A boycott can be an effective measure in certain situations (the NHL lockout not being one of them), but as Green and Cahners learned in 1936, people weren’t exactly beating down their doors to get them to tell their stories of self-sacrifice for a worthy cause. The United States didn’t declare war on Germany for another five years, and it had nothing to do with an Olympic boycott. When a person wants to affect change through something as massive and powerful as the Olympics, history shows boycotting is like turning off your air conditioner for an hour to reverse the effects of global warming.

Almost 80 years later, a boycott of the Olympics in Sochi is a real possibility for participating athletes. Russia has recently passed harsh, discriminatory laws against homosexuals and anyone openly supporting gay, lesbian, bisexual or transgender human beings, causing some to wonder how anyone could participate in an Olympics being held in a country that clearly cares so little about human rights.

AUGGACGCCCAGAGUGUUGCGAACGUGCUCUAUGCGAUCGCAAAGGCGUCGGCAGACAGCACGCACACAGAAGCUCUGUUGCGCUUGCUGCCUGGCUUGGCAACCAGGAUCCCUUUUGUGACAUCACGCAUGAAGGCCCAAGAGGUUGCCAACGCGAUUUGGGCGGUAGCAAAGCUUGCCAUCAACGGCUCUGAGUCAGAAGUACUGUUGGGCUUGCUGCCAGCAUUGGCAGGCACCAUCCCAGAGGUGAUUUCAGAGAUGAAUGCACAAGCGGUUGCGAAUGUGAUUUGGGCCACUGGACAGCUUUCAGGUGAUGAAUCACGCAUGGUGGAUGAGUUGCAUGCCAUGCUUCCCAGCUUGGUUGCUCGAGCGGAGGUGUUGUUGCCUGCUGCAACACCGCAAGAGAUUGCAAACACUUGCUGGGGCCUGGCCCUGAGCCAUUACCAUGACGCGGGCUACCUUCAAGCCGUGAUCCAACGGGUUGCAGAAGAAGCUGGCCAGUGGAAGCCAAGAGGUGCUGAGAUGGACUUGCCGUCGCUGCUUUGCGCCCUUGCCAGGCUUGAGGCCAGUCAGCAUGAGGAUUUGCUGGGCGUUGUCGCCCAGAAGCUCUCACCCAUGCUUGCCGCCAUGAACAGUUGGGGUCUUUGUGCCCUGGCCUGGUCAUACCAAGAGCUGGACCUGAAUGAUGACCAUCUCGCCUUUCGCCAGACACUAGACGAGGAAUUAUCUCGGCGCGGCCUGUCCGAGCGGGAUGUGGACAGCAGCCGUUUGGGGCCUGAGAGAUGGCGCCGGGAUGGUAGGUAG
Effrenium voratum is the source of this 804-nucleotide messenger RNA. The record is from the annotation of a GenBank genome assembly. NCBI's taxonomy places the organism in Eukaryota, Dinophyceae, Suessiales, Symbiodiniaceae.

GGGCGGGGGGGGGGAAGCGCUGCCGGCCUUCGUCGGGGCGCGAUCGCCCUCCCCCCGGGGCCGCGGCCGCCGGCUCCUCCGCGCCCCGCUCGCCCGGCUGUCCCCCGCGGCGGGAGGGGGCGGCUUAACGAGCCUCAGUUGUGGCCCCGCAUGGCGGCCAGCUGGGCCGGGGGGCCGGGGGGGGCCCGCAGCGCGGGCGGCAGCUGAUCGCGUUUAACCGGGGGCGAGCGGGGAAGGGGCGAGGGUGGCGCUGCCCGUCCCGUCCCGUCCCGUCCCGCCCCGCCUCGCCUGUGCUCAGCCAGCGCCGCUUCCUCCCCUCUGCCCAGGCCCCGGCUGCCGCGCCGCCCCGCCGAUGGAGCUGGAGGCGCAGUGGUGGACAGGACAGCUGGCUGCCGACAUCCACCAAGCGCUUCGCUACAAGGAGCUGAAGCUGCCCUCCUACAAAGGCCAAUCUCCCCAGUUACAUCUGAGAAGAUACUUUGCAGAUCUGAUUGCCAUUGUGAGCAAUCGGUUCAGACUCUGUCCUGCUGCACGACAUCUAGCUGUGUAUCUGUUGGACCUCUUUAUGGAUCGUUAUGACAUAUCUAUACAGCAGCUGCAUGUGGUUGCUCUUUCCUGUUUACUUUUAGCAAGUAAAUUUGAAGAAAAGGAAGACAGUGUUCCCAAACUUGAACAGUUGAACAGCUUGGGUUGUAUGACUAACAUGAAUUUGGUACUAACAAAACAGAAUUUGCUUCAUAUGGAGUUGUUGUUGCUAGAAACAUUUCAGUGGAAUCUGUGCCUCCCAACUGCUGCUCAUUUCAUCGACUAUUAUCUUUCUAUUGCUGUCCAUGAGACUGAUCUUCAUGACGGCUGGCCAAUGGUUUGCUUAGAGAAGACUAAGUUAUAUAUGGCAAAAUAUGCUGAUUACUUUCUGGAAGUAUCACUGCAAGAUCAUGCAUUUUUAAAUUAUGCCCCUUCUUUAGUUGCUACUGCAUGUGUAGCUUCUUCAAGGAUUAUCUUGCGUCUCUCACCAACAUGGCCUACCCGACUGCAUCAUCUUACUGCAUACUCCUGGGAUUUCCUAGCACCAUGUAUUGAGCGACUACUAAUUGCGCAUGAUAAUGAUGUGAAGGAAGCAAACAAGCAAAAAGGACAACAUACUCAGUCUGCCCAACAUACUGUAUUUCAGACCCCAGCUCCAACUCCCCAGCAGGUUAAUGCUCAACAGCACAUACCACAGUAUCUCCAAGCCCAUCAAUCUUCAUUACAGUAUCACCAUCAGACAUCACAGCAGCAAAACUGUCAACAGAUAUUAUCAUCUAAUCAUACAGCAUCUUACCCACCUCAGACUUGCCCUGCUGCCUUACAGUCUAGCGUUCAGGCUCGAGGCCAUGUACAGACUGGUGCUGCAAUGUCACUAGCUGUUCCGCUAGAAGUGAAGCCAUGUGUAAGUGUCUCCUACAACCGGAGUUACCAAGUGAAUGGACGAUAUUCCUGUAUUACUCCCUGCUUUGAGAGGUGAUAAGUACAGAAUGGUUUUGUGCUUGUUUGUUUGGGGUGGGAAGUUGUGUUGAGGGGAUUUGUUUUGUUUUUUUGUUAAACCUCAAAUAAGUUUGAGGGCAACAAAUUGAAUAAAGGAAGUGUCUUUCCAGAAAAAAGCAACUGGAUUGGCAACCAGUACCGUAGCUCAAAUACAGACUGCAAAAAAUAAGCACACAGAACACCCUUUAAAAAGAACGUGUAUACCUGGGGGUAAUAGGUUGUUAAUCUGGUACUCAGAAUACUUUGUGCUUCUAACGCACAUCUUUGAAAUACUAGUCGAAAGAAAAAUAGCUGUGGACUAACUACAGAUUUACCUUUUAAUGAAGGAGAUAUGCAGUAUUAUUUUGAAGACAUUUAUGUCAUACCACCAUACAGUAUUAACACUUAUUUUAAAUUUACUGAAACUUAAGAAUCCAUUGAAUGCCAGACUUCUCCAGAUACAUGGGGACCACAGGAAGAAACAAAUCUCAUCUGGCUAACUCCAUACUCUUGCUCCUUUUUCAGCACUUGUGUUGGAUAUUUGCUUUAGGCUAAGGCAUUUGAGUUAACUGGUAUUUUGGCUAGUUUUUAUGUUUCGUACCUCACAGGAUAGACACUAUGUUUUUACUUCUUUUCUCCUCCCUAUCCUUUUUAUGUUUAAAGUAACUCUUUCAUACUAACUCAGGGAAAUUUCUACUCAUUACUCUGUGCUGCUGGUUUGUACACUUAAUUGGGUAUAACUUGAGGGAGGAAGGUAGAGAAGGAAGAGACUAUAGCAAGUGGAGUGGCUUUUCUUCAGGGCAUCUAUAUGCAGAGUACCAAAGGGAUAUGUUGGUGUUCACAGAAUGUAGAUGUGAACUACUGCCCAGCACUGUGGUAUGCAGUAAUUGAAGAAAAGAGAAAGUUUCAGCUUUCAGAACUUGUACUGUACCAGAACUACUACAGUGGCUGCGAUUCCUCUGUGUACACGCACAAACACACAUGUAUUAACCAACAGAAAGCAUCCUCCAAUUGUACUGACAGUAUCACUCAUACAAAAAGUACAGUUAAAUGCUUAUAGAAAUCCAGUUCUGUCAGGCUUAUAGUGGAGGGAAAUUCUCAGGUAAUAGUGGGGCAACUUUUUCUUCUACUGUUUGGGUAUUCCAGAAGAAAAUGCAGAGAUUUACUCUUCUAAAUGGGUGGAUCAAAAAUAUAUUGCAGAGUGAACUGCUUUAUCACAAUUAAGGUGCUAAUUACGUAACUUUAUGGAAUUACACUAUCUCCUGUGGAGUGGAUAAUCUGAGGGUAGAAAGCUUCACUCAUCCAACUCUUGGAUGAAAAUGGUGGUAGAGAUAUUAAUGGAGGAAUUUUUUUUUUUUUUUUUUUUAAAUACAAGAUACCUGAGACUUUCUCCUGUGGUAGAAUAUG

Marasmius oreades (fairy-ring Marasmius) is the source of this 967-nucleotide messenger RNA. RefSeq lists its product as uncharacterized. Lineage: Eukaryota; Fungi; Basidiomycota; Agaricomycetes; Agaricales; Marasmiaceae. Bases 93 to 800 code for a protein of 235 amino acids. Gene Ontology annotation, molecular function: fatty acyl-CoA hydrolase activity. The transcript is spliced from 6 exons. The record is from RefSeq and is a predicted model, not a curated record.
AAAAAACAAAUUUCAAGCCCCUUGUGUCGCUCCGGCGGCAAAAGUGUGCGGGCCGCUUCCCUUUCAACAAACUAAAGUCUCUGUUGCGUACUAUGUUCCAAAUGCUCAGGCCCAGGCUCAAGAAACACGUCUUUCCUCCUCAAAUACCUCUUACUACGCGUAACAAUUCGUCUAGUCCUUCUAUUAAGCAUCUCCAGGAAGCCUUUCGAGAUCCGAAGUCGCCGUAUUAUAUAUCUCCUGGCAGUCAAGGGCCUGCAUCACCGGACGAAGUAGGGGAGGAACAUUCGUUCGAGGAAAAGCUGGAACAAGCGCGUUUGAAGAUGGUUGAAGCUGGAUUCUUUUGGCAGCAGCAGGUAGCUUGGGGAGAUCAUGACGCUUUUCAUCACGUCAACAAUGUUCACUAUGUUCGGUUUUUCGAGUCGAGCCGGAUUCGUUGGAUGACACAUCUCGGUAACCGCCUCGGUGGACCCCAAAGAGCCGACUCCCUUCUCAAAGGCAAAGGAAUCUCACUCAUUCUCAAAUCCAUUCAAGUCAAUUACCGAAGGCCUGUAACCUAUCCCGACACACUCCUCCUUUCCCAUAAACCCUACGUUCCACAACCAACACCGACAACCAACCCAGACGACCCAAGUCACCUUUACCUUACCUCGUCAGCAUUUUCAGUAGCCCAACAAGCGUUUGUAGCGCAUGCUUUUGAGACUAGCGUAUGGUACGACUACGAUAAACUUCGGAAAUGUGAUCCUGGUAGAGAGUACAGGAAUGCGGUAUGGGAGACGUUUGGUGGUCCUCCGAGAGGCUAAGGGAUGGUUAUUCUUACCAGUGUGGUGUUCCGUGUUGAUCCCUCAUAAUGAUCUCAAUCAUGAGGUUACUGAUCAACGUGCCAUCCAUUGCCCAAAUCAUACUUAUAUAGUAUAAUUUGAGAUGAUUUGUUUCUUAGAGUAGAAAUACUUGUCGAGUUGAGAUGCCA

In 2014, if an athlete wants to publicly take a stand against Vladimir Putin’s laws, a boycott isn’t the best course of action. With 24-hour news cycles, an athlete announcing a boycott days before the Games would be a huge story. It would be a bombshell. That is, until the next Obama thing or trial thing or royal baby thing or athlete on steroids thing or Tebow thing pushes it out of everyone’s minds for good.

The smarter option, the option that would require immense bravery, would be for any athlete who truly objects to what is happening in Russia to show up and use their fame and power to voice their displeasure to the throngs of media at every opportunity.

No one is saying that every NHL player who shows in Sochi needs to take a stand. Sidney Crosby is under no obligation to exit the plane, walk down the stairs, sidle up to a podium and launch into a well-reasoned argument about gay rights on a global scale. If Crosby has no passionate feelings on the subject, hey, that’s his decision. Best of luck getting Team Canada to the medal round with that goaltending and enjoy your stay in Sochi. All the best. No hard feelings.